ART+COM INNOVATIONPOOL GMBH, Plaintiff-Appellant v. GOOGLE LLC, Defendant-Appellee
Art+Com Innovationpool GmbH (“Art+Com”) appeals the district court's entry of judgment following a jury trial. The jury found that Appellee Google LLC (“Google”) did not infringe claims 1, 3, 14, and 28 (the “asserted claims”) of U.S. Patent No. RE44,550 (“the '550 patent”), and that each of the asserted claims is invalid as anticipated and/or obvious. The district court entered judgment consistent with these verdicts and denied Art+Com's renewed motion for judgment as a matter of law, finding that each is supported by substantial evidence.
Because we find that substantial evidence supports the jury's conclusion that each of the asserted claims is invalid, we affirm the district court's denial of Art+Com's motions for judgment as a matter of law. In light of this conclusion, we need not and do not consider the judgment of noninfringement.
Art+Com is the owner by assignment of the '550 patent, titled “Method and Device for Pictorial Representation of Space-Related Data.” Broadly speaking, the '550 patent is directed to methods for displaying geographic—i.e., topographic or meteorological—data, such as satellite images, to a user who has a selectable viewpoint, taking into account the user's location and direction of view. The '550 patent claims priority to a U.S. patent application filed on December 17, 1996. Accordingly, it is undisputed that the critical date for purposes of anticipation under 35 U.S.C. § 102(b) is December 17, 1995.
Claim 1, on which asserted claims 3, 14, and 28 depend, recites the following:
1. A method of providing a pictorial representation of space-related data of a selectable object, the representation corresponding to a view of the object by an observer with a selectable location and a selectable direction of view comprising:
(a) providing a plurality of spatially distributed data sources for storing space-related data;
(b) determining a field of view including an area of the object to be represented through a selection of a distance of the observer to the object and an angle of view of the observer to the object;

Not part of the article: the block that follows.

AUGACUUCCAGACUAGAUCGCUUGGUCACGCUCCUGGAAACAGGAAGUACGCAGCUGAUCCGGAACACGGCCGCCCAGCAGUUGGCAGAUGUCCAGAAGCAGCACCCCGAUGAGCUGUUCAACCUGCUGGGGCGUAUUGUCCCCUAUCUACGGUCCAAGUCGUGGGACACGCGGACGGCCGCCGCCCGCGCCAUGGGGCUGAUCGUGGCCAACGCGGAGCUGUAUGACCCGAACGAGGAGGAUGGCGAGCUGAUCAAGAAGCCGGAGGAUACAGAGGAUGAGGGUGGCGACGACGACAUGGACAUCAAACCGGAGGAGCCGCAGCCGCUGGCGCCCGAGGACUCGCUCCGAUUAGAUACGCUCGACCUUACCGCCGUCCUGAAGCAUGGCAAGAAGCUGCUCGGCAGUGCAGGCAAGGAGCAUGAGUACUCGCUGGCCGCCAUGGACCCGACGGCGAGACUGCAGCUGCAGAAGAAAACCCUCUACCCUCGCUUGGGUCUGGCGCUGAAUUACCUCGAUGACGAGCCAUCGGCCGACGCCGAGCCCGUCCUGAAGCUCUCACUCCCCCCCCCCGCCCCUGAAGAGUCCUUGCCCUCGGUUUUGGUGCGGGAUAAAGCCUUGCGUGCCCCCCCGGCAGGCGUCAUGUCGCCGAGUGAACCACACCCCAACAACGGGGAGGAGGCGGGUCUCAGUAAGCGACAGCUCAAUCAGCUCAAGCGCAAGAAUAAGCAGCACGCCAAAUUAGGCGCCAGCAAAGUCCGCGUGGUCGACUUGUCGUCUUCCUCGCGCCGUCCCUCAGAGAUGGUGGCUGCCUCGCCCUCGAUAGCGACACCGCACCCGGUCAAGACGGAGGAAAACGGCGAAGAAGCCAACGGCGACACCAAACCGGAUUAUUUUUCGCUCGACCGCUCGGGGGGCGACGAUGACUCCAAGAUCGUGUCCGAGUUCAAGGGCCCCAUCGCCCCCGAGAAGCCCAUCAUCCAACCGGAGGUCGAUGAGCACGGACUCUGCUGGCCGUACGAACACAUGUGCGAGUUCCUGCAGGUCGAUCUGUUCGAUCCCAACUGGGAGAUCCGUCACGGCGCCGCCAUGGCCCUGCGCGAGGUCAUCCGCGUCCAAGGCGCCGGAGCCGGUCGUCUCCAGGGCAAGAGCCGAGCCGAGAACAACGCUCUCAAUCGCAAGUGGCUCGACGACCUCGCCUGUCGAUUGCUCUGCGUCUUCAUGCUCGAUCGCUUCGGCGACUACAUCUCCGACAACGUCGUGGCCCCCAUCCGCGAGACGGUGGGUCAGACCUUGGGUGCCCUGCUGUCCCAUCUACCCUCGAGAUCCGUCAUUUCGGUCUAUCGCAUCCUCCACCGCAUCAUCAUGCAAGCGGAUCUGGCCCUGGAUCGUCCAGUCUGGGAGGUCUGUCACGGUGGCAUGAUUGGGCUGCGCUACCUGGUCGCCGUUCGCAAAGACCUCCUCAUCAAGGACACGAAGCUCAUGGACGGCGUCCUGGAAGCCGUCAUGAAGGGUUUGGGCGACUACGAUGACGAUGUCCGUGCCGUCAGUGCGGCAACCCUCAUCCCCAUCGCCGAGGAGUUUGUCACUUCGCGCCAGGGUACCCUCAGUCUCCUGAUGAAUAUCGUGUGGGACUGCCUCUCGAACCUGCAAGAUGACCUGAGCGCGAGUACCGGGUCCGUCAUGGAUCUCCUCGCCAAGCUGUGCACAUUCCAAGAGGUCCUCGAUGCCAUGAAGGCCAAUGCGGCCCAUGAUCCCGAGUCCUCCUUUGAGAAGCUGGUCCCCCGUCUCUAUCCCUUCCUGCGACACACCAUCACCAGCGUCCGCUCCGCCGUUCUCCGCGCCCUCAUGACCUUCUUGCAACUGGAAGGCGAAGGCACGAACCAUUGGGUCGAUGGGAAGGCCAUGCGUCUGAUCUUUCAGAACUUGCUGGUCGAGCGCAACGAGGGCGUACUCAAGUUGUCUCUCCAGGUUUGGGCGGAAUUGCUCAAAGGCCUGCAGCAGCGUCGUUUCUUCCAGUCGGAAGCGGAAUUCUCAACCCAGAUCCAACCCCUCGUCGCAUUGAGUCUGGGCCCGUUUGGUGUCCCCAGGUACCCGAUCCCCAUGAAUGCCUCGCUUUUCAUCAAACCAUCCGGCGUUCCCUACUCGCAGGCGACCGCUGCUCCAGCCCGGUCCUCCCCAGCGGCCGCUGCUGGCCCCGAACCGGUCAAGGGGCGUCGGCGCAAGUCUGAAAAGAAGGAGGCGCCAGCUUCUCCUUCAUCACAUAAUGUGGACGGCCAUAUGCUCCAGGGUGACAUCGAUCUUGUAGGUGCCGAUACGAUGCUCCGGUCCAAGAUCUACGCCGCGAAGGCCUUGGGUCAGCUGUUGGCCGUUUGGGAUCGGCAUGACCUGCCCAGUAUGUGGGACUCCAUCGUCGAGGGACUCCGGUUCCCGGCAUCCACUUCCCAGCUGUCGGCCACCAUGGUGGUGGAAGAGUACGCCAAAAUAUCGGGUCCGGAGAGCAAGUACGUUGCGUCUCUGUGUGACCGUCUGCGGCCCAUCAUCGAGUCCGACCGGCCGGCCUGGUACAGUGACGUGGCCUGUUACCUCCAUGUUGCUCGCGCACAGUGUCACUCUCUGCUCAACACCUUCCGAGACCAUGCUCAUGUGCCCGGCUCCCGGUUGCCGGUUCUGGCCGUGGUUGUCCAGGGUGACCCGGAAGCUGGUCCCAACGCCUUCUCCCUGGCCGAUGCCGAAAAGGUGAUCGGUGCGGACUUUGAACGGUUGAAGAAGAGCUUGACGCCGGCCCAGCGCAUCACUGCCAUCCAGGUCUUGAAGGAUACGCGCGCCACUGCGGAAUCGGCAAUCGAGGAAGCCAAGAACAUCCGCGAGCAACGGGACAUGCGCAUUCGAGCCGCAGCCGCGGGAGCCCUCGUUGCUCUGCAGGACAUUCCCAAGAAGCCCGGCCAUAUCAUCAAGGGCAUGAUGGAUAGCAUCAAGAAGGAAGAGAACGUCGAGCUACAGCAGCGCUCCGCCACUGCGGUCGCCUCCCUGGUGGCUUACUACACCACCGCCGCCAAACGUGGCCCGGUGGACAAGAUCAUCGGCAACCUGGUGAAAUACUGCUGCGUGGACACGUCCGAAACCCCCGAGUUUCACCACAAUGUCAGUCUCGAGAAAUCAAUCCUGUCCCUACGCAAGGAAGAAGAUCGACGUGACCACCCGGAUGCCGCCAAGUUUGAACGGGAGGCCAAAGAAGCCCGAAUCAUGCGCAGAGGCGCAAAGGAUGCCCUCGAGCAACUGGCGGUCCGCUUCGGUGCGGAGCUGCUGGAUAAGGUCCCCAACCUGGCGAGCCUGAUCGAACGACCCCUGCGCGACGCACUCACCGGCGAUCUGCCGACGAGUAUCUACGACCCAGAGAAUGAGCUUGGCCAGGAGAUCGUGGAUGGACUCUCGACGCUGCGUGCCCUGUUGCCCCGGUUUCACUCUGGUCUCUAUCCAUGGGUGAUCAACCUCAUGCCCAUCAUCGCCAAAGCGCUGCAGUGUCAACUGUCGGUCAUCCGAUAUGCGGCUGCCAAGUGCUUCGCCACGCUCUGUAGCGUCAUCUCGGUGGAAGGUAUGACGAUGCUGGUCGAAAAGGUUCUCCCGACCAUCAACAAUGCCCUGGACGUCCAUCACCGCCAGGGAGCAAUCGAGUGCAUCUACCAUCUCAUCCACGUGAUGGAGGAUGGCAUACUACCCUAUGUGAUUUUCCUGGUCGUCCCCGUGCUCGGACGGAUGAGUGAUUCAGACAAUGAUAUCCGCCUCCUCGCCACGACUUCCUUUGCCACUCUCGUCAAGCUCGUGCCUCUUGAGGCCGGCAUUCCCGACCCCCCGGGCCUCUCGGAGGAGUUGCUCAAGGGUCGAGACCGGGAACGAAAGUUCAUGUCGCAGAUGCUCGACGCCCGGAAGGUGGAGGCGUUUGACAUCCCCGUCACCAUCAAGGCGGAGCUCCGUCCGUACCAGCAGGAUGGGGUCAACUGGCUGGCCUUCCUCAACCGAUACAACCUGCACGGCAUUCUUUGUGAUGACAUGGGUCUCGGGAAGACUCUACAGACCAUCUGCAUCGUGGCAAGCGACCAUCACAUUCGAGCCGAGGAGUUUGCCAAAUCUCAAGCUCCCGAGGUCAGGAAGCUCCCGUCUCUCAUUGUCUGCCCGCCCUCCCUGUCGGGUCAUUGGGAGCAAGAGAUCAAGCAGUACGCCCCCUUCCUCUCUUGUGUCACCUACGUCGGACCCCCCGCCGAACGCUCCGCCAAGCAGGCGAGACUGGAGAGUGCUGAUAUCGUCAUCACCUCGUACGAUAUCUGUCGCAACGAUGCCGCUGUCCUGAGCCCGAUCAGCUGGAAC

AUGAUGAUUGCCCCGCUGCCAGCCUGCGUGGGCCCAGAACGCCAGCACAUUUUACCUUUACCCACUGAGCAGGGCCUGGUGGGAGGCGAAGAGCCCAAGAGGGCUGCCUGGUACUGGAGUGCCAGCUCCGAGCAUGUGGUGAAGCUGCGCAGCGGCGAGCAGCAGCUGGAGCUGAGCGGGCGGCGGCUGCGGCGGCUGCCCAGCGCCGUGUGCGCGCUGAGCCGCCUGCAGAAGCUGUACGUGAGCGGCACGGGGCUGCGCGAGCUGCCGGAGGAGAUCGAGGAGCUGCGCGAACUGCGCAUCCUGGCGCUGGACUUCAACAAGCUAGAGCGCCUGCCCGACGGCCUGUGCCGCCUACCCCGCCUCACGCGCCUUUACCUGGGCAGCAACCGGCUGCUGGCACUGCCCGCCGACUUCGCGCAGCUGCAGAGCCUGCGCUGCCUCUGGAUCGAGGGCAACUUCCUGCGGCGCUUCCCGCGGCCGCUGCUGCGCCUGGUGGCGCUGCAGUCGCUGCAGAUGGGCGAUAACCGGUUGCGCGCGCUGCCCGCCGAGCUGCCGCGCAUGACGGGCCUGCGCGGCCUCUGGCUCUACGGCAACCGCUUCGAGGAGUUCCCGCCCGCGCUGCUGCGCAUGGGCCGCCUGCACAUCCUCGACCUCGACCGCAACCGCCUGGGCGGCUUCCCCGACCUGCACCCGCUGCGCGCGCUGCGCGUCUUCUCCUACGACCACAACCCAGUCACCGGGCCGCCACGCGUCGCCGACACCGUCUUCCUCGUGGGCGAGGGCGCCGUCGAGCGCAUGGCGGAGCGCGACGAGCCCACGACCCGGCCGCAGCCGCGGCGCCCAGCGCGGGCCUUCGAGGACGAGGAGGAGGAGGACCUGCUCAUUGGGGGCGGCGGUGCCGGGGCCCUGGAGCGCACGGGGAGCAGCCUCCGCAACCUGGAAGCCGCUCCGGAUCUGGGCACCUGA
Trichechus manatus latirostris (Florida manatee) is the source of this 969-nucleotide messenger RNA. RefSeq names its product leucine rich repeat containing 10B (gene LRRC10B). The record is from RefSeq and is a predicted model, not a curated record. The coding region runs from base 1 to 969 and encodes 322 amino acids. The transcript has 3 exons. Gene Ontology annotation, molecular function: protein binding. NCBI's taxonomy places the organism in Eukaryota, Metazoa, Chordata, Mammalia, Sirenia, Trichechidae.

(c) requesting data for the field of view from at least one of the plurality of spatially distributed data sources;
(d) centrally storing the data for the field of view;
(e) representing the data for the field of view in a pictorial representation having one or more sections;
(f) using a computer, dividing each of the one or more sections having image resolutions below a desired image resolution into a plurality of smaller sections, requesting higher resolution space-related data for each of the smaller sections from at least one of the plurality of spatially distributed data sources, centrally storing the higher resolution space-related data, and representing the data for the field of view in the pictorial representation; and
(g) repeating step (f), dividing the sections into smaller sections, until every section has the desired image resolution or no higher image resolution data is available.
'550 patent col. 10, ll. 16–44.1 Throughout the trial, Google and its witnesses referred to the asserted claims as requiring “coarse-to-fine” zooming, in which the device iteratively “divides” parent nodes into at least two child nodes that point to higher resolution image data, then requests, stores, and displays the data for these child nodes until either the desired image resolution for each parent node is achieved or no higher image resolution data is available. See, e.g., Trial Tr. 1229 ll. 8–23, ECF Nos. 418–23.
Art+Com filed suit against Google in February 2014, alleging that Google's “Google Earth, Version 7” and related software products infringe the asserted claims of the '550 patent. Trial commenced on May 23, 2016, during which Google sought to prove that the invention was placed in public use prior to December 17, 1995, and that the '550 patent, therefore, is invalid under § 102(b).